Dinner in Portugal
So here I am in at a restaurant in Villa Real drinking Douro wine eating olives and bread sausage, waiting for my Oven Roasted Duck Rice and reflecting on 6 days of hiking through the Portuguese countryside. Some rain has come in and I’ve decided to stay in this town to enjoy Portuguese city life and the holiday season of Carnival. This is my first trip ever outside of North America at the ripe young age of 31. I’ve come to Portugal to visit some family, hike a trail through the country, and see the major cities. To learn about my heritage and get some perspective on things. And most importantly, to write.
I didn’t know what I was getting into with the Camino de Santiago hike. But I’m really glad I got into it, like all of my adventures lately. The hike is based on a pilgrimage from central Portugal to Santiago de Compostela, Spain. Lots of elevation, lots of language barriers, and learning how to care for myself mentally as well as physically. And it’s good, this is how I grow, this is how I feed my hunger for adventure. This is how I heal from all the trauma in the past that made me afraid to do things like this. Internal voices that told me it was impossible, unnecessary, or illogical. This is how I mend a broken heart. How I break the conditioning, be it my own or whatever my mind created due to how I grew up. I started out doing 10–12 miles a day, then fell into 5–7 mile days once I hit wine country. Not sure how long I’ll keep hiking. This trip is all about going with my gut, what I’m feeling, where my instincts take me.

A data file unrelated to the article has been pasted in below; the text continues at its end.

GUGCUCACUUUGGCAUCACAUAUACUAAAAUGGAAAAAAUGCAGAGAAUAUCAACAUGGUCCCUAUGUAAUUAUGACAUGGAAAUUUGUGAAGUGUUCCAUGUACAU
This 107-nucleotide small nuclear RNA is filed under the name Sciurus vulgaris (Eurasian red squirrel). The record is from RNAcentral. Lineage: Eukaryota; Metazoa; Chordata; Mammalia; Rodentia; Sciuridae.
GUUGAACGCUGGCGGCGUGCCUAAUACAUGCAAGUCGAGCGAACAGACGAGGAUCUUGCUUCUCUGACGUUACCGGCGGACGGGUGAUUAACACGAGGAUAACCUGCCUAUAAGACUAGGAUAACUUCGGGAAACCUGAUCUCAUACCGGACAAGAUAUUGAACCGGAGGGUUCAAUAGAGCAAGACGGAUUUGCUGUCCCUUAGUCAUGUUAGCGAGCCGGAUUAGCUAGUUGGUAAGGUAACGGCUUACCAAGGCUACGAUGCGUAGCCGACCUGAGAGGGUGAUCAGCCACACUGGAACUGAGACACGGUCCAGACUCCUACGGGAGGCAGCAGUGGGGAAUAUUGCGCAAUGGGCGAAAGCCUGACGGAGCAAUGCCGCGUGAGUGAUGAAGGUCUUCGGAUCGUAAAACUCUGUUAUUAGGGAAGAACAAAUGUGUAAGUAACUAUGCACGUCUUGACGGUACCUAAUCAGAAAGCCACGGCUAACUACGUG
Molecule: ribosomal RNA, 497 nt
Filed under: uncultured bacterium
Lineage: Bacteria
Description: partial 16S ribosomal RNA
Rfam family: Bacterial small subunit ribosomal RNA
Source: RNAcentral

On a trail in the middle of nowhere is relatively simple — you have your pack, your food, your water and you set up camp when you decide. On the Camino in Winter there are complications when you don’t speak any Portuguese. First, you find some maps and attempt to trace a general route of the Camino, because as far as I can tell no official map exists. You walk and follow the little yellow arrows that point where to go until they are no longer there, then you keep going and have faith you are heading in the right direction, and then suddenly they reappear. Also, you must plan your route to arrive at the hostel at a decent hour, assuming you accounted for elevation, with enough food to last the night, and flag down a local and attempt to communicate in google translate to ask them to call the right person to open the doors for you. Hopefully the hostel keeper arrives before nightfall and you can let them know in broken Anglo-espan-guese you’ll be gone the next day and will leave the door unlocked and the key inside. Nobody else is hiking the Camino in Winter, so of course the hostel is usually locked and the person with the key may be as far as an hour away. All of this of course is after hiking 5–10 miles with a 40 pound pack because you’re new to this sort of thing and packed heavy.